Think of animals at the Tower of London and the famous ravens are the creatures that come to mind. These intelligent and emblematic birds have been residents of the tower for many centuries under the care of the official Ravenmaster, and the current holder of the post has amassed a huge Facebook following through sharing daily updates of their antics.
Until the 19th century, however, the ravens had serious competition in the form of a whole menagerie of exotic animals, many of which were gifts to English kings from other rulers. Exchanging animals was all part of international diplomacy for medieval monarchs.
Exotic animals had been imported into Britain since Roman times. Claudius is credited with bringing an elephant as part of his invasion force, though this is the subject of much debate. The wild beasts for the animal fights that were popular in Rome were also imported into Britain, to “entertain” bored troops on a night out at the local amphitheatre after a tour of duty.
The credit for the first true menageries, however, goes to the Norman and Plantagenet kings. At Woodstock, Henry I established a park within a secure wall to keep the foreign animals he acquired from continental and Scandinavian rulers. These are said to have included lions, leopards, lynxes, a camel and, most famously, a porcupine. Part menagerie, part hunting domain, part love-nest, Woodstock was the country retreat of choice for Henries I and II.
King John both relocated the existing menagerie to the Tower and expanded it by importing three cratefuls of new exotic animals. The official date of the start of the Tower Menagerie is usually taken as 1235 however, with the gift of three lions (described as leopards) from Emperor Frederick II to Henry III. The beasts were symbolic of the three lions on the crest of the king of England.
The animals, though, were real enough and needed care and feeding. More creatures quickly followed and the budget came under the scrutiny of the kingly eye. London’s sheriffs soon found themselves requested (in that regal way that leaves no room for argument) to pay for the feeding of the royal beasts.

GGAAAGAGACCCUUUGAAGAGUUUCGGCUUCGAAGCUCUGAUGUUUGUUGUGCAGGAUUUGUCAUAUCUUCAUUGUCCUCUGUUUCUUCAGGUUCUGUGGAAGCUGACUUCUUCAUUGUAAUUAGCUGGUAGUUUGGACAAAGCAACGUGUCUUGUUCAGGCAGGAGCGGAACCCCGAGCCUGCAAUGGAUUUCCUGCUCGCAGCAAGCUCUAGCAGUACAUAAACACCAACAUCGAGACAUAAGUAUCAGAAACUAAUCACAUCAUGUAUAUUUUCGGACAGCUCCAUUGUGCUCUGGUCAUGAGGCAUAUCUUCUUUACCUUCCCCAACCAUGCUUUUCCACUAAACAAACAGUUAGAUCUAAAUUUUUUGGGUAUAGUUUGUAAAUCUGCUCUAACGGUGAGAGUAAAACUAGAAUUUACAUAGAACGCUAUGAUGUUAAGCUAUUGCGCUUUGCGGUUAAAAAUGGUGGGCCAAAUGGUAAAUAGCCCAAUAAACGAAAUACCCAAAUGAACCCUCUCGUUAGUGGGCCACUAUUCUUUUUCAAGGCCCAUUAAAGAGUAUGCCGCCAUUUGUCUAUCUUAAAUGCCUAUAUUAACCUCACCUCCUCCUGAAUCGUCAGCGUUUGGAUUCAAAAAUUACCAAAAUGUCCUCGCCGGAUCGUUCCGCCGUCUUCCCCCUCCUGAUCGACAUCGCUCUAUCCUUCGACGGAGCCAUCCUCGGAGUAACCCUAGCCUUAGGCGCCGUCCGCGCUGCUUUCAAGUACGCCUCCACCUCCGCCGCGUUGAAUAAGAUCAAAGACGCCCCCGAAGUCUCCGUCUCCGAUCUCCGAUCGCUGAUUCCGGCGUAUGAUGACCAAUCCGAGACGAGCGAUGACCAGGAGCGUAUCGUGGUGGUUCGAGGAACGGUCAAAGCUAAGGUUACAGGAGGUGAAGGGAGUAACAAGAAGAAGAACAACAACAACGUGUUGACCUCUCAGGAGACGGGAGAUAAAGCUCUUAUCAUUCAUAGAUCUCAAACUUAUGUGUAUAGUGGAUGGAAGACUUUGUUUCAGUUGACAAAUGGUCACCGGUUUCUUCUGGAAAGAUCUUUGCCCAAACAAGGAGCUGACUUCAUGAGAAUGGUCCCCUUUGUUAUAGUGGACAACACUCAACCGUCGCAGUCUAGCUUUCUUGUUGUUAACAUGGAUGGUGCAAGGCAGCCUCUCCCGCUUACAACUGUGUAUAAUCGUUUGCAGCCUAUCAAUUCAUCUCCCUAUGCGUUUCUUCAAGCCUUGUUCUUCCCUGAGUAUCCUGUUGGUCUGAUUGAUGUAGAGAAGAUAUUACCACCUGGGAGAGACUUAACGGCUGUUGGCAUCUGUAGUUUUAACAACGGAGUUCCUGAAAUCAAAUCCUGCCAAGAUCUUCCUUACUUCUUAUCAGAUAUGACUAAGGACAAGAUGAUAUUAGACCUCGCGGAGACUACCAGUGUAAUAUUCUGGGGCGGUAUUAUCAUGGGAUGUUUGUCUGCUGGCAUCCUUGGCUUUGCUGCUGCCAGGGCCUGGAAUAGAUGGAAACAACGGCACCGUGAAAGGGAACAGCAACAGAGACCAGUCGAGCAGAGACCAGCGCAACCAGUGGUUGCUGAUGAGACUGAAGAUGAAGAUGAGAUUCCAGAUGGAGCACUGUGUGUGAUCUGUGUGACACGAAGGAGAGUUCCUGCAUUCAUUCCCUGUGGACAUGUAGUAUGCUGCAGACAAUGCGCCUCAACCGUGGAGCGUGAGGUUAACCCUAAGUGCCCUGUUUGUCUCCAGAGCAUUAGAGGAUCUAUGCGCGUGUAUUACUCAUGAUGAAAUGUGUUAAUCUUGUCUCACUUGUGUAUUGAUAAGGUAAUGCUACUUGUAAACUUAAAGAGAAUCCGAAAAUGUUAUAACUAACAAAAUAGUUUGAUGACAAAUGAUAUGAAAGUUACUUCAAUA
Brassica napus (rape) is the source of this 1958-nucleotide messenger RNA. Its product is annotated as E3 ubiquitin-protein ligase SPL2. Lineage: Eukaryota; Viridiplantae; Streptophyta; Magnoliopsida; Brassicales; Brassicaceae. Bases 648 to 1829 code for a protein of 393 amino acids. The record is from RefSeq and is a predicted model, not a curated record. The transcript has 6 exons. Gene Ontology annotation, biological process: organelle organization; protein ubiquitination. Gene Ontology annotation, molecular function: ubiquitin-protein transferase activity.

Among the many marvels the visitor to London could experience in the 1250s was the “pale” or “white” bear presented to Henry III by King Haakon of Norway. Possibly jaded by all the big cats, the London population seems to have really taken to the new arrival.
Sculpture by Kendra Haste at the Tower of London. Licensed under the Creative Commons Attribution-Share Alike 3.0 Unported license. Attribution: Jonathan Cardy
While it’s not certain that the white bear was a polar bear, it seems the most likely conclusion. Norse travellers had encountered the bears and written about them in sagas, and Haakon was an expansionist king who had brought Iceland and Greenland under Norwegian control.
Not only were the sheriffs to provide sustenance for the bear at the lowly rate of 4 sous a day (hardly enough for the bear necessities), they also had to suffer the indignity of one of Henry’s off-hand sets of instructions when he decided that the bear should be capable of providing for itself.
The sheriffs were told to create a stout muzzle and chain so that the animal’s Norwegian handler could control the bear when leading him out of the tower down to the River Thames. Also, a long rope to control the bear when he was in the water having a wash and fishing for himself. They also provided warm clothing for the handler.
It was undoubtedly worth it for the show. Visitors and locals alike must have gathered to see the daily sight of a polar bear dipping and swimming in the Thames. In fact, it was only the arrival of the elephant in 1255 that upstaged the polar bear.
It’s a pity we don’t know whether the bear had a name, or how he and his handler got on. It seems there must have been a bond there for the handler to be able to put on and take off the muzzle. Bears were important in Norse myth and legend, and so the white bear was as royal and symbolic a gift as the leopards or lions.
Many bears of various types would inhabit the menagerie at the Tower in later years, including one who is said to have made a single ghostly return that caused the death of a Tower guardsman. However, the remarkable image of the “pale” bear swimming and fishing in the Thames is one that had lasting impact on London’s population and visitors from elsewhere in the kingdom, as well as those from overseas.
Miriam Bibby BA MPhil FSA Scot is a historian, Egyptologist and archaeologist with a special interest in equine history. Miriam has worked as a museum curator, university academic, editor and heritage management consultant. She is currently completing her PhD at the University of Glasgow.